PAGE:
I think this is really the best point. Playing parts of one or two pieces while testing a guitar might not feel like much but over several weekly intense practice sessions multiplied by months or even years it could really make a difference.Jeffrey Armbruster wrote:Actually the difference looks greater than I would have expected. I can see how the shorter scale could be welcome.
There's an old backpackers' saying: "a pound off the feet is like five pounds off your back". And it's true. Given the 'miles' that a player puts on their fret board over months and years, I wonder if this small difference might add up.
Is "top tension" the same as string tension?rojarosguitar wrote:Certainly the top tension is one of these factors, as well as neck shape etc.
If I remember correctly, you had (or still have) a 630 Byers? I was wondering if you prefer that guitar for Bach, or if you find it easier on the 640.soltirefa wrote: I will say though that as you go shorter and shorter you give up something. I prefer 640mm over 630mm (I have that, too). 640mm is a good compromise between 650 and 630. A little of the benefits of each.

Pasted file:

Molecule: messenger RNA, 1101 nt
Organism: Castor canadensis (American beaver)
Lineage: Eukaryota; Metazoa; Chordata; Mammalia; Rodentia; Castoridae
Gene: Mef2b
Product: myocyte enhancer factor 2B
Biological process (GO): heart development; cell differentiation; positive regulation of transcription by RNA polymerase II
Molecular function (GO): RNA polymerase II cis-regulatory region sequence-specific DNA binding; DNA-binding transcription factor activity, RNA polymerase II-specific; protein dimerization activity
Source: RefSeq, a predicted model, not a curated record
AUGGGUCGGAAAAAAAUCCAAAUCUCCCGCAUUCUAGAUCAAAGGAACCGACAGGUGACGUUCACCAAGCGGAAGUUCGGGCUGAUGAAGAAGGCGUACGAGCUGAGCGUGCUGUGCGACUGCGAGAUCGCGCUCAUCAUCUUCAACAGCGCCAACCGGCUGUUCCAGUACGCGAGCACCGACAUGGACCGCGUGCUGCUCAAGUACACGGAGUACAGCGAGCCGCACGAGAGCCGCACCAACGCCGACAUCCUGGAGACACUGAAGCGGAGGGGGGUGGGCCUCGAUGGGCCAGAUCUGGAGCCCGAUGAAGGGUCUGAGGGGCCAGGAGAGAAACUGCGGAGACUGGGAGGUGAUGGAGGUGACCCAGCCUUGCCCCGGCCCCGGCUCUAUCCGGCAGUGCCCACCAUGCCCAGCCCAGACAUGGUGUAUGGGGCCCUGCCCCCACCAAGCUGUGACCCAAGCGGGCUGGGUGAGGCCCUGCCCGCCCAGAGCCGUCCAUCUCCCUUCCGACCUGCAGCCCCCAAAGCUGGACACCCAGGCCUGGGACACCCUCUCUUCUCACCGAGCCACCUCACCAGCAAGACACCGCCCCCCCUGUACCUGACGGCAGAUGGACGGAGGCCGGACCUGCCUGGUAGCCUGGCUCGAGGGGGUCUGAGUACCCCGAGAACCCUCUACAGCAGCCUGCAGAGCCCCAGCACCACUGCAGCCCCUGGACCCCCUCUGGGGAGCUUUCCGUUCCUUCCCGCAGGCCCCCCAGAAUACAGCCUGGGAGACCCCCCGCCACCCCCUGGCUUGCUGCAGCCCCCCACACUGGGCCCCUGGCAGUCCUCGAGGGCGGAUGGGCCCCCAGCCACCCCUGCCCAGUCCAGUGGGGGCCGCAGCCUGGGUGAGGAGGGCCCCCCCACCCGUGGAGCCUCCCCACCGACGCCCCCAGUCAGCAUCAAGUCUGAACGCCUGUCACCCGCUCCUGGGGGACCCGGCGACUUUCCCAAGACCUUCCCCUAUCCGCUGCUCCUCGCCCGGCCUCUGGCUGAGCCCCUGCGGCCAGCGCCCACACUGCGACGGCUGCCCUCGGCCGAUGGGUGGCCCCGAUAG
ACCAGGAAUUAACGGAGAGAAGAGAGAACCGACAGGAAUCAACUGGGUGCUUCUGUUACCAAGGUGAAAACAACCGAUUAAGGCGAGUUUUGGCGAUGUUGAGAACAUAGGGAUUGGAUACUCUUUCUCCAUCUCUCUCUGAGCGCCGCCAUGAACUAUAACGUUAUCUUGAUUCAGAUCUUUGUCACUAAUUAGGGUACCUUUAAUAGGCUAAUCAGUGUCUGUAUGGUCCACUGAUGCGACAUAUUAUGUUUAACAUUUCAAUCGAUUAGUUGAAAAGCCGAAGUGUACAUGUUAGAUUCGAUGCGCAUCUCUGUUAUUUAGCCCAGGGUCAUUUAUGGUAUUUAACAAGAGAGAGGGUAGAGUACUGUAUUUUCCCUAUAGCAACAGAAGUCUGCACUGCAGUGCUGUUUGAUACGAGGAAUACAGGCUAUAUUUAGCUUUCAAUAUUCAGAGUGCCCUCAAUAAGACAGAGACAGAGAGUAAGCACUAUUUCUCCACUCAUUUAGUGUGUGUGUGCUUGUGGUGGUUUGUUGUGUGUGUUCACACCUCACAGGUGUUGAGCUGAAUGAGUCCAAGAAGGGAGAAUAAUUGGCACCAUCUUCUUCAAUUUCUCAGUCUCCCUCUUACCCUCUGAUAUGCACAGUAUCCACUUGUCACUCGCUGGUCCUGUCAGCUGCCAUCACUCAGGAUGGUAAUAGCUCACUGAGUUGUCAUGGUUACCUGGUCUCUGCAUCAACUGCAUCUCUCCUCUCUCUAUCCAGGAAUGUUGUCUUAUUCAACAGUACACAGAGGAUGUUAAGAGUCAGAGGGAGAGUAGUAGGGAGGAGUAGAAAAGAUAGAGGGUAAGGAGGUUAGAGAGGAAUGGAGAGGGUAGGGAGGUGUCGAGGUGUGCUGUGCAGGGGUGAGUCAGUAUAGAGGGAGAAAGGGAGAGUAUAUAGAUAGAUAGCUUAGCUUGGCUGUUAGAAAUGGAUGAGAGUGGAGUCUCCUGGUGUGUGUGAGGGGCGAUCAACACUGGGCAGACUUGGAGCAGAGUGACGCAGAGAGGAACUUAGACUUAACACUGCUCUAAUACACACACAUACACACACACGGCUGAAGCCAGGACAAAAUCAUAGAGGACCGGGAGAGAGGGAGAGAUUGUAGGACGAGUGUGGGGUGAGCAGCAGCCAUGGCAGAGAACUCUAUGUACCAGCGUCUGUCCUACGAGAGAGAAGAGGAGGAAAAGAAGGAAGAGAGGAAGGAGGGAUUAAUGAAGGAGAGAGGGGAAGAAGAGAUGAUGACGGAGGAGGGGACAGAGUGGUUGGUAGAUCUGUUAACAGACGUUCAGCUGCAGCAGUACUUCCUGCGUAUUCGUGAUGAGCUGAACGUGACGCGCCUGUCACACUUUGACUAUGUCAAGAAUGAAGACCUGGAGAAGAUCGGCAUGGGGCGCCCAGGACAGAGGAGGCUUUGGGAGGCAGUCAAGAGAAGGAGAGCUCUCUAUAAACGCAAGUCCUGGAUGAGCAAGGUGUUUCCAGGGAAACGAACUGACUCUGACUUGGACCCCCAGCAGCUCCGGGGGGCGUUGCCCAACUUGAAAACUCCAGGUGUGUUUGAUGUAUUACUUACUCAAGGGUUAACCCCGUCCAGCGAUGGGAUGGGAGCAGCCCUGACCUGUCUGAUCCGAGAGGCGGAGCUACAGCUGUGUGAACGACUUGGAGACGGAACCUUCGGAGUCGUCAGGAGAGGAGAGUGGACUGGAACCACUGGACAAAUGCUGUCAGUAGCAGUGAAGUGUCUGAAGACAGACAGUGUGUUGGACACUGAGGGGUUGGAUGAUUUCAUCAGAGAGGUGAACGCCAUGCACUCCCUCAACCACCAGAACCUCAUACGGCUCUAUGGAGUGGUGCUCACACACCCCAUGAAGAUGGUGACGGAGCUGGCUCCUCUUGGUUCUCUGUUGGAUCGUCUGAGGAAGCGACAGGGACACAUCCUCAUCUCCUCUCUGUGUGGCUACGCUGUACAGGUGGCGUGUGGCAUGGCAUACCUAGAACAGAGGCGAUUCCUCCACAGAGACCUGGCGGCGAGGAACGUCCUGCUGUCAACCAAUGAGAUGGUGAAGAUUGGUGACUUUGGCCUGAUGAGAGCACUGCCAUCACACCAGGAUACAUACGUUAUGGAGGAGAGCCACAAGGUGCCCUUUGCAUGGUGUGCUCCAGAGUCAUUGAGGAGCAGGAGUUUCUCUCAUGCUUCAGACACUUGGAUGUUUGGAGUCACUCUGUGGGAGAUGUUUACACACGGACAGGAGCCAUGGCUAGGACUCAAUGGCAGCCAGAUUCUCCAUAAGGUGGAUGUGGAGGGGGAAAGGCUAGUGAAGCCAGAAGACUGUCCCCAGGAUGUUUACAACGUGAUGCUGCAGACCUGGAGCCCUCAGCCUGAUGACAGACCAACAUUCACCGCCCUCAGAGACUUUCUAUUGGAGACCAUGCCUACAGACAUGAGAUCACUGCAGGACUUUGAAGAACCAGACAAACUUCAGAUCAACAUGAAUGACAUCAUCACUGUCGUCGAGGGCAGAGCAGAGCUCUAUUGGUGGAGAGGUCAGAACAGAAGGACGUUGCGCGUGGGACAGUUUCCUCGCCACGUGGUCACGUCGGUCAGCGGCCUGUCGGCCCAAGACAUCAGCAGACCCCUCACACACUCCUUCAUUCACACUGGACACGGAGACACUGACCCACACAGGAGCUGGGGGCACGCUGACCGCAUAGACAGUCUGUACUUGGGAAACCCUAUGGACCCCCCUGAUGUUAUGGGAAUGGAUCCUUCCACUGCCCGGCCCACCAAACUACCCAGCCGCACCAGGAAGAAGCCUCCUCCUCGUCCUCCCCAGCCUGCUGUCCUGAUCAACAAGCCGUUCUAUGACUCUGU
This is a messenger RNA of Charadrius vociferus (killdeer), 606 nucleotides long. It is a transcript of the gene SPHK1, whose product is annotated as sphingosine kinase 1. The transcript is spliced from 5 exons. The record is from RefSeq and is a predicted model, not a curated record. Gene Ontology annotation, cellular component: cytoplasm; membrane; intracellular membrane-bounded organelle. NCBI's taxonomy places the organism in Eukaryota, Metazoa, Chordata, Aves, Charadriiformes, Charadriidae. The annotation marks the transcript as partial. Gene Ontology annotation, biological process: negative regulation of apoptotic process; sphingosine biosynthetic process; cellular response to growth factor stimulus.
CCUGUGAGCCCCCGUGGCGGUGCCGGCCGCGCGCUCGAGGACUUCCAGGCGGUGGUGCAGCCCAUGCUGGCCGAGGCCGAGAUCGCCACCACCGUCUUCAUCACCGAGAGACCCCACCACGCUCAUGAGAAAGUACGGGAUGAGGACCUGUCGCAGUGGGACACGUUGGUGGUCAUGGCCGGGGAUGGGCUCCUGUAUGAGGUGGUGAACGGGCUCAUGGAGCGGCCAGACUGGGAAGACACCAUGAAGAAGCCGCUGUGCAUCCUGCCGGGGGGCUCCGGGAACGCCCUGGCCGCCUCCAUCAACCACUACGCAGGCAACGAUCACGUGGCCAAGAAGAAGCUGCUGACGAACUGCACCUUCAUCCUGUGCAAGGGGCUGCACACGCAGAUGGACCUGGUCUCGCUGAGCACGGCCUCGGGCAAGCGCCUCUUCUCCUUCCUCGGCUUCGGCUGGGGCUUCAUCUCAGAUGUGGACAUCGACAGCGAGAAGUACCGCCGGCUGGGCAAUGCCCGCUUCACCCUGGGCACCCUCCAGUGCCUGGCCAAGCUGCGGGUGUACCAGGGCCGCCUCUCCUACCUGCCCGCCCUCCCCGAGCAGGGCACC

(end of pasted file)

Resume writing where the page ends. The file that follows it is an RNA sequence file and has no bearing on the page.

When we are talking about scale length it is worth remembering that this is pretty much exactly the Martin Guitar Company's "long scale" whereas their "standard scale" is just marginally longer than 630mm.Rome714 wrote:I have a 646mm scale Brian Dunn and is my easiest and most comfortable guitar to play compared to my regular scale guitars. It could be other factors like the elevated fretboard, neck size, frets and set-up.
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